The watery blue floor suggested Tory Burch’s inspiration: The 1969film “La Piscine” [“The Swimming Pool”], specifically, Romy Schneider.Yet Burch tread lightly with her source material, steering far from itsmurderous dark side to focus on the young, buoyant chic of the era. Nordid she confine her research to an old favorite, culling as well fromher own garden — with the results charming and characteristically smart.

From her backyard plantings of Queen Anne’s lace sprung amuch-used photo print, mesmerizing in its subtlety. Another printfeatured a stylized take on an aerial view of a formal garden. Burchopened with a larger botanical motif, tall flowers snaking up the crispwhite ottoman of a dress and separates.

The silhouettes wereinvariably clean with a sense of structure à la their Sixtiesinspiration, with surface action delivering the primary interest: If notflowers, then a hedge print; if not a hedge print, snappy graphiclattice work. A terrific look here was a bright white “suit” inmismatched crisscross; the jacket in leather and the skirt, guipure.Though she favored short, she went long on occasion, in languid skirtsworn with simple tops.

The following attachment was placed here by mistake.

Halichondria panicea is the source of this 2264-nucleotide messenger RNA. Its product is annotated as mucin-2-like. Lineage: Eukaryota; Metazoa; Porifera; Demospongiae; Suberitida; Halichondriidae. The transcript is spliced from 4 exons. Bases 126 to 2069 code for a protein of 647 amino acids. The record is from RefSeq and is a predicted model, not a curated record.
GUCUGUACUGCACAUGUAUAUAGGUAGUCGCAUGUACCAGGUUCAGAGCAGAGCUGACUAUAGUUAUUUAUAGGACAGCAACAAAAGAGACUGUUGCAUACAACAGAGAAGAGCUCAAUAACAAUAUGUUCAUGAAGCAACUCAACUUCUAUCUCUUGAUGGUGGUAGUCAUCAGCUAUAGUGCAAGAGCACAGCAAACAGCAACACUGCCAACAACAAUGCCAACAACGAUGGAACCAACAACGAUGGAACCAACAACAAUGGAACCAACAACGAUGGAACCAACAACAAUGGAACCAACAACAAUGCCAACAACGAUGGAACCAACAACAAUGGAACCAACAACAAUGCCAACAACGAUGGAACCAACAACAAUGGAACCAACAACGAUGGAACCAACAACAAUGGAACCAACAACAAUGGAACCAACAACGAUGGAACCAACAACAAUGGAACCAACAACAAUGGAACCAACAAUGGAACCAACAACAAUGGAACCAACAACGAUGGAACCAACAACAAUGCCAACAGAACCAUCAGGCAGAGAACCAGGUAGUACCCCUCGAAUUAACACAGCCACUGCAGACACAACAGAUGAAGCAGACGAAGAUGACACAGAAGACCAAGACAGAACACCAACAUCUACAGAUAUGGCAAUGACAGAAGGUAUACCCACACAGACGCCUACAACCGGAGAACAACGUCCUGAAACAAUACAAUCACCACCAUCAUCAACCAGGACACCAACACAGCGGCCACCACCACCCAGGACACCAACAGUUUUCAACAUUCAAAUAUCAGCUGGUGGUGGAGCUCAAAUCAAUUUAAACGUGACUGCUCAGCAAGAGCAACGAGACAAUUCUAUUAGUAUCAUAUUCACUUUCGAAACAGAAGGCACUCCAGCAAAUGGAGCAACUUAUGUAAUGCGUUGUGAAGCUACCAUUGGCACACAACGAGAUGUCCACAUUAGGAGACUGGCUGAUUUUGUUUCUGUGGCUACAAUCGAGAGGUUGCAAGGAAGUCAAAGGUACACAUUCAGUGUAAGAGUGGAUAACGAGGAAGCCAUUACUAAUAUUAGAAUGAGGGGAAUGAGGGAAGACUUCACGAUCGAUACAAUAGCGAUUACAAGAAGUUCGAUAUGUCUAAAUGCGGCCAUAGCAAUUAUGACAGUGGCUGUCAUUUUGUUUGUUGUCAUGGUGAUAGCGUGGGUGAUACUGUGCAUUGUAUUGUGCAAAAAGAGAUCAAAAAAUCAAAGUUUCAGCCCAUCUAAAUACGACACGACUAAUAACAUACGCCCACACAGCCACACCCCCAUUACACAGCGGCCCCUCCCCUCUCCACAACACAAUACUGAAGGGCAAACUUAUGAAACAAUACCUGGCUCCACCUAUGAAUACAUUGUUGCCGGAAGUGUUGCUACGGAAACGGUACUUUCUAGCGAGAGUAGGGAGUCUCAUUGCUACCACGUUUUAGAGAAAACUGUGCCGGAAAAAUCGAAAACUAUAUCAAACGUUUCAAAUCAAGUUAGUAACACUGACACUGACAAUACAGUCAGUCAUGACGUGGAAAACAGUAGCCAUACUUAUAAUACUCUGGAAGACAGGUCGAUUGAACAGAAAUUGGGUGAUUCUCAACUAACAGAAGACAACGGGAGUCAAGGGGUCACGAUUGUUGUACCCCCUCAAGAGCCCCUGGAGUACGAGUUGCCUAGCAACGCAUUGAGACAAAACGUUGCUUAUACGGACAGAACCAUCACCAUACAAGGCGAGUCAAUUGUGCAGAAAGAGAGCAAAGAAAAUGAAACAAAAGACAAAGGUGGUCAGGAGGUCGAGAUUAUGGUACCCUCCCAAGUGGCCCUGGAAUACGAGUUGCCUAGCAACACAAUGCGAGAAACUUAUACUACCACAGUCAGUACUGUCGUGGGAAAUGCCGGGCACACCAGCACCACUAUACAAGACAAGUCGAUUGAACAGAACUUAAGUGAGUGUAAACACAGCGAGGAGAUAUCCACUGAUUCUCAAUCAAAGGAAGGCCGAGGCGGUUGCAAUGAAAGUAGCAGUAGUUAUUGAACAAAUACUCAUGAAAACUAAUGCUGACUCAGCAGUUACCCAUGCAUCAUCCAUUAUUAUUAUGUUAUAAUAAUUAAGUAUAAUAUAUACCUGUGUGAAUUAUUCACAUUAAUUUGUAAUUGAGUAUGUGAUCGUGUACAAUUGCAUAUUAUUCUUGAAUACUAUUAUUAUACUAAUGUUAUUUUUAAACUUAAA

When it came to accessories, Burch played“the match game” to terrific effect: dresses and pants in the tinyfloral print paired with clutches or top-handles of the same pattern,lattice bag matched to lattice dress. It added up to cool efficiencythat felt fresh — economy of stuff but not of style. Speaking of coolefficiency, those words describe Burch herself. In keeping with thegarden motif, she showed three looks with big handle bags filled withfreshly cut flowers; flowers she helped arrange 10 minutes before theshow — in the men’s room at the David Koch Theater. Yet another exampleof the endless glamour of fashion.

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